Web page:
On our way home, in the boat ride, I felt that I was glowing (not because I was elated and relaxed). I was glowing because my back shoulders got burned-- it was sensitive to the touch- this experience became more memorable...

Always wear sunscreen, especially in tropical beaches....

Posted by Michael Diezmos at 10:51 PM | Comments (0)

Insect Repellants

2. Insect Repellants
Paradise lost due to mosquitoes, cockroachers and other creepy bugs. The trick is to have several types of insect repellants because once the predatorial insect gets used to the repellant then you're at their mercy.

2. Insect Repellants
Paradise lost due to mosquitoes, cockroachers and other creepy bugs. The trick is to have several types of insect repellants because once the predatorial insect gets used to the repellant then you're at their mercy.

Now I have a better appreciation for mosquito nets. For the first couple of weeks I became the favorite cuisine of mosquitoes and other insects that like to bite people. My aunt said that since I was balikbayan (term meaning 'returning Filipino'), the mosquitoes liked my blood more. This is a weird phenomenon, while my leg received a blitz of bites, my cousin's legs are for the most part flawless (sometimes one or two bites but usually nada).

As the weeks pass, the mosquitoes got tired of my leg so they decided to move in my arms. At one point I was naive to think that if I don't bother them, then they won't bother me (once again wrong). They bit me without any discrimination. So everytime I saw one, I just splattered them. Superstition- one time I killed a fat one, full of blood which exploded like ink blots on my palm, I think it was a queen mosquitoe or head honcho, the next day I found another blitz of bites that ran across my arm. My aunt speculated that the lover or spouse of the mosquito I killed decided to have their revenge on me.

my suggestion bring "off" lotion, they're easy to apply and they come in original unscented and tropical scent. But they only last for four hours however when you're asleep, you wouldn't care much. Also rubbing alcohol stops the itching but be careful, can cause scarring.

The cockroaches in the Philippines are giants because of sun's radiation (this is why I became appreciative of my cousin's cat, Ming. He didn't just kill off the mice, he also terminated the cockroaches). The cockroaches have wings and a regular adult is less than 2 inches long. You can kill them by stepping on them (but that's so disgusting) or throw shoes at them or ask your cousin to do it for you (the important thing is that they're dead). One time I saw a cockroach, and it looked like it was on hydraulics. Rather than the flat look, its hind legs were slightly raised higher than ther front legs- it was walking around.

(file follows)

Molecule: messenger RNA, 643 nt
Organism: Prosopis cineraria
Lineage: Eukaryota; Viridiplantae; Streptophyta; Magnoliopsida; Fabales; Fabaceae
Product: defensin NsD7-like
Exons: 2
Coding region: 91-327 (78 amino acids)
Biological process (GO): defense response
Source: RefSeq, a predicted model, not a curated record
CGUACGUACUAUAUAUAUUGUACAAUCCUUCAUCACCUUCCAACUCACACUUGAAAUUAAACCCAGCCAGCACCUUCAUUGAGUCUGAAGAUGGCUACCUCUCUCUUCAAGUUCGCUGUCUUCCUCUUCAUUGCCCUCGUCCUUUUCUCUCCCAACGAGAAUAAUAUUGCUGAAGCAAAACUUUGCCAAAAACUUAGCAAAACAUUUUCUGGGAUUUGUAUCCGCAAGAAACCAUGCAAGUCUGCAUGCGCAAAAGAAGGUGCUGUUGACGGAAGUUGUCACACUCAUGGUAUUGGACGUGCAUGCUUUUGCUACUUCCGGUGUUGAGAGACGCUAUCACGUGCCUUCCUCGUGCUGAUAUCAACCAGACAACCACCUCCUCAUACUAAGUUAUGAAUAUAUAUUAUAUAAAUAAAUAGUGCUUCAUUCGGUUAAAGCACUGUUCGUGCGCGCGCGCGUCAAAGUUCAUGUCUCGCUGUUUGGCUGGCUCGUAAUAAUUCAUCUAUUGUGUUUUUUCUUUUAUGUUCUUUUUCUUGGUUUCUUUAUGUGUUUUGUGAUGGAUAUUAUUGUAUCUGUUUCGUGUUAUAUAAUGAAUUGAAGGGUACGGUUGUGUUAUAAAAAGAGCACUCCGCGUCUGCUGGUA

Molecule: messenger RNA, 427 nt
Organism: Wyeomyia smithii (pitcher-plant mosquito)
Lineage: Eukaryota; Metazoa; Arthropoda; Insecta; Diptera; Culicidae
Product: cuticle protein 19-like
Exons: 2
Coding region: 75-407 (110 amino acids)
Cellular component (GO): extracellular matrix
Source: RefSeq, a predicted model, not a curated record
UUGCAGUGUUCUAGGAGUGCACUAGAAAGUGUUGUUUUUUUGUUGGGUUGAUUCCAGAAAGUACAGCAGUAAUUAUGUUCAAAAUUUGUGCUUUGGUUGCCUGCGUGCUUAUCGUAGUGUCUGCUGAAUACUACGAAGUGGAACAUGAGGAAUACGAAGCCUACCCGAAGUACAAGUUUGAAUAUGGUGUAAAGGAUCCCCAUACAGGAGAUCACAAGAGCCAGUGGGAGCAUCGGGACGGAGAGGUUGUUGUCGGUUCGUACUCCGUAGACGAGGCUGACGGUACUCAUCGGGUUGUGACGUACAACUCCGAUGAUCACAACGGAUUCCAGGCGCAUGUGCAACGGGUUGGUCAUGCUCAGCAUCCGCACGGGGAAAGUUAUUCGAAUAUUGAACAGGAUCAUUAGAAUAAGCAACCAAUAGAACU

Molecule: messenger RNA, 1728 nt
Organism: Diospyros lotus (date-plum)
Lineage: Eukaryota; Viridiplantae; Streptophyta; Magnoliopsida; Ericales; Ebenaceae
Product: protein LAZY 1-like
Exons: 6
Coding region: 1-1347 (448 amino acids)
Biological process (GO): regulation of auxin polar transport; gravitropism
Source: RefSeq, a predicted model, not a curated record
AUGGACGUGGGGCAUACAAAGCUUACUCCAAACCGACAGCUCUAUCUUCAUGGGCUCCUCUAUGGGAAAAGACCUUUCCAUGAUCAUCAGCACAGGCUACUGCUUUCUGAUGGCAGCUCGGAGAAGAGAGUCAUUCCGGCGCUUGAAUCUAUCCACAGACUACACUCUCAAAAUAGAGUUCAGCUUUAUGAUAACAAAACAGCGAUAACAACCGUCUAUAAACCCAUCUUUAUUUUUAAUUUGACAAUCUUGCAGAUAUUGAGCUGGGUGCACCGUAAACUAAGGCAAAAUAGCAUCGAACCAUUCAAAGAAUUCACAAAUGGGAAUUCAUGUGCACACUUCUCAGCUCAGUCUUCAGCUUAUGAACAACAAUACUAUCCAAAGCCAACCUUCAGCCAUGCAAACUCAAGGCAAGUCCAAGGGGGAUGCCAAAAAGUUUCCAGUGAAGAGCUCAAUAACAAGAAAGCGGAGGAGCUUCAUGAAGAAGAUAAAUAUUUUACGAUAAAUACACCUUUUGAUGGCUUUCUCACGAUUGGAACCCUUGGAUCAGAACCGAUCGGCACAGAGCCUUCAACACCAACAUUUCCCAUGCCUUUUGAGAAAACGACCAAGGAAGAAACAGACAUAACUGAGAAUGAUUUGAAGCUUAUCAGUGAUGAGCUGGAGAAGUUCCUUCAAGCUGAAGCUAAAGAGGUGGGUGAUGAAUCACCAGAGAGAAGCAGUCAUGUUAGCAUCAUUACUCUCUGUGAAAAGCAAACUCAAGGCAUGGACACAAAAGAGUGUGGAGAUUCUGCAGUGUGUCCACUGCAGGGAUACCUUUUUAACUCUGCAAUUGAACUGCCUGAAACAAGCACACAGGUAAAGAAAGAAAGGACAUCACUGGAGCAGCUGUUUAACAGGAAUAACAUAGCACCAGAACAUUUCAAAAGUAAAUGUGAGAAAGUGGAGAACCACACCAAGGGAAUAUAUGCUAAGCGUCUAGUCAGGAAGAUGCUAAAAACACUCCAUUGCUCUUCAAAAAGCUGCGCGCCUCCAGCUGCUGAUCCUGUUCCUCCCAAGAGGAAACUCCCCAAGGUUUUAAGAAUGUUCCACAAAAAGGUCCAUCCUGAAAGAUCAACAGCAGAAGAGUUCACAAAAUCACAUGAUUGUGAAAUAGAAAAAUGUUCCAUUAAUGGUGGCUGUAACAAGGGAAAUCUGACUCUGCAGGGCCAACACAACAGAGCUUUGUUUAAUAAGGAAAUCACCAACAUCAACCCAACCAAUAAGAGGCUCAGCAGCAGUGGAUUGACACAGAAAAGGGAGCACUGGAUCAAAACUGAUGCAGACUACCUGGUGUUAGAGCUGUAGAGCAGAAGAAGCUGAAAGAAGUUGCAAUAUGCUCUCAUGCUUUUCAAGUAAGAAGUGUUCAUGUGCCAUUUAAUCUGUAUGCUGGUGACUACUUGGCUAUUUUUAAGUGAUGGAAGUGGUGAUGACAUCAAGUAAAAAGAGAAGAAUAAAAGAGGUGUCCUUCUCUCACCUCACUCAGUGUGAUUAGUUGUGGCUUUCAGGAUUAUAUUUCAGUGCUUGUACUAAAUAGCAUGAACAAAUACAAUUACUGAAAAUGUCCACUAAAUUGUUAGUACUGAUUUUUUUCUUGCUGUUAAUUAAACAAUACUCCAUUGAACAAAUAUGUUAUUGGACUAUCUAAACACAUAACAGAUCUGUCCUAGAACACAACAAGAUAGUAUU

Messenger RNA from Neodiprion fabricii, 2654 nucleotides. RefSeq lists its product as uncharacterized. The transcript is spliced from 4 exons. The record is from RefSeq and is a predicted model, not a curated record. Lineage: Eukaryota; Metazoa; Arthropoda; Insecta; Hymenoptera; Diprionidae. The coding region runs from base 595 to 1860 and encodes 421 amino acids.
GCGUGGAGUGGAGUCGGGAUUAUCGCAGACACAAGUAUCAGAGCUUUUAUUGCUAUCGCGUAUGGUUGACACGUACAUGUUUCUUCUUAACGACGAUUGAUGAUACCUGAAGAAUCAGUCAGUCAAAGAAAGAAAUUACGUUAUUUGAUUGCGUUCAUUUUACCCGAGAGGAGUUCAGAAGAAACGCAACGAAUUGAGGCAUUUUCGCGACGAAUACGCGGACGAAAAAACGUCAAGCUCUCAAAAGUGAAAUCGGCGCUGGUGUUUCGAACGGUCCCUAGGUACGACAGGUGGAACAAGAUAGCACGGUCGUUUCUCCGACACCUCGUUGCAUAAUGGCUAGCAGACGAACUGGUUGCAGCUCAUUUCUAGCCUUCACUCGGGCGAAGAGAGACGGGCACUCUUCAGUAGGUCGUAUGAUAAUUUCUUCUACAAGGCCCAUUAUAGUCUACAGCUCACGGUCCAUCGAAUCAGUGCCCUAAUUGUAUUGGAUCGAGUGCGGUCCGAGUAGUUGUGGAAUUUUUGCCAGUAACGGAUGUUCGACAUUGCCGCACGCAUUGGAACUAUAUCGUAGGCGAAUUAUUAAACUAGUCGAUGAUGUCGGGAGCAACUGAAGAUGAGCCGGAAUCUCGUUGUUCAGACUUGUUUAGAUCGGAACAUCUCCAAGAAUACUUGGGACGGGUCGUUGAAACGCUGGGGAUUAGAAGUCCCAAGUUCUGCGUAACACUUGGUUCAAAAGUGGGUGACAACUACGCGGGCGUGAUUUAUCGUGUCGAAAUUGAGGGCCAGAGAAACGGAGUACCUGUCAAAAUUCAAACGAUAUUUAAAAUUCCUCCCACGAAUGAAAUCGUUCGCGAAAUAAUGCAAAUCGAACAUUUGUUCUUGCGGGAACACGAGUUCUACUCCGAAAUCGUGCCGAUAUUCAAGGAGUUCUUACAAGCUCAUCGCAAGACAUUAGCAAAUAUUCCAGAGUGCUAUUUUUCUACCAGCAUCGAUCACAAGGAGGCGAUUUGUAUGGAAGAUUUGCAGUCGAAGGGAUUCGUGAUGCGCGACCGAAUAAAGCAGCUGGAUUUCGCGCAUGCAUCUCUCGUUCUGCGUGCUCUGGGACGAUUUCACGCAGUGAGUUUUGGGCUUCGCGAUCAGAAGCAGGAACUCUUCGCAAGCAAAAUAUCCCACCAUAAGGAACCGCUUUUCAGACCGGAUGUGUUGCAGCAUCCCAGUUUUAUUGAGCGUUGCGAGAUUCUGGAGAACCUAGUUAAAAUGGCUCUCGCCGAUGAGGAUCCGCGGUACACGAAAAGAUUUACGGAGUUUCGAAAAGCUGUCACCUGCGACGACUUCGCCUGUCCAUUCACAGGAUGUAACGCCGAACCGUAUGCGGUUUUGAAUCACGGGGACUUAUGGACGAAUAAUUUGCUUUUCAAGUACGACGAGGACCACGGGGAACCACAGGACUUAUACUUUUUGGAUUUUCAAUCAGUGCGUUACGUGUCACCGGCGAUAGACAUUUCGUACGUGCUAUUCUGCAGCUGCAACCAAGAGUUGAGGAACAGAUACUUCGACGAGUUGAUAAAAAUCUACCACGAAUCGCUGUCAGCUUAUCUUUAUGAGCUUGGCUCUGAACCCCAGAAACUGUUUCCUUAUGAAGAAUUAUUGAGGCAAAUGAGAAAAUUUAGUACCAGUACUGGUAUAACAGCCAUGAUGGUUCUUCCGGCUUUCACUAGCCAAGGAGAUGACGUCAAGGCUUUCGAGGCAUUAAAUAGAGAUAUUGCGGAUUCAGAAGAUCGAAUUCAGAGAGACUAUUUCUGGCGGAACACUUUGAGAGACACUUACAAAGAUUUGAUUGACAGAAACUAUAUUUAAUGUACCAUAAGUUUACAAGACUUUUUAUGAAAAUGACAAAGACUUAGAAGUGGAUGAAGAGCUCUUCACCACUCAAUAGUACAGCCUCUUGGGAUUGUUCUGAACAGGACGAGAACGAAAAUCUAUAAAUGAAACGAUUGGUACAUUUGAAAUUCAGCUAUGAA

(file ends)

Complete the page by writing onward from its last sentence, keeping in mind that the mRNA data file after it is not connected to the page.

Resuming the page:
Depending on where you are in the Philippines, some cockroaches are not shy at all. You know how most insects will wait until it's dark before venturing in the houses of humans. I've encountered cockroaches that walk on broad daylight, some are not even afraid when the lights are turned on (usual reaction for insects are to scurry when new movements are detected- no, not these cockroaches, they'll pretend that they're dead, stay still and hope that the human doesn't see them-- but they're pretty obvious like black oval markings on white marble.

I've become acquainted with house lizards. I used to fear them for their mysteriousness. They'll be lounging on ceilings near flourcent lights and all of a sudden they'll wiggled their way to the other side. I didn't know why they did that, I thought they were just psyching out their human co-habiters. I learned that they did that because they were eating all the mosquitoes flying near the ceiling. They became my protectors and bestfriends. They guarded me from the vampirish bites of the mosquitoes.

LONG LIVE the LIZARDS!

Posted by Michael Diezmos at 10:49 PM | Comments (3)

Umbrellas

1. Umbrella or hat. Cultural thing - umbrella can be used both in sunny days and rainy days. I was reminded of the dual use of umbrellas. This was so because in Pennsylvania I remember, (when I first came here in the U.S.) people would stare at me when I used an umbrella while walking outside during the summer. Being assimilated to Pennsylvanian culture I started not carrying umbrellas around. The weather wasn't so hot either (because of being farther away from the equator).

1. Umbrella or hat. Cultural thing - umbrella can be used both in sunny days and rainy days. I was reminded of the dual use of umbrellas. This was so because in Pennsylvania I remember, (when I first came here in the U.S.) people would stare at me when I used an umbrella while walking outside during the summer. Being assimilated to Pennsylvanian culture I started not carrying umbrellas around. The weather wasn't so hot either (because of being farther away from the equator).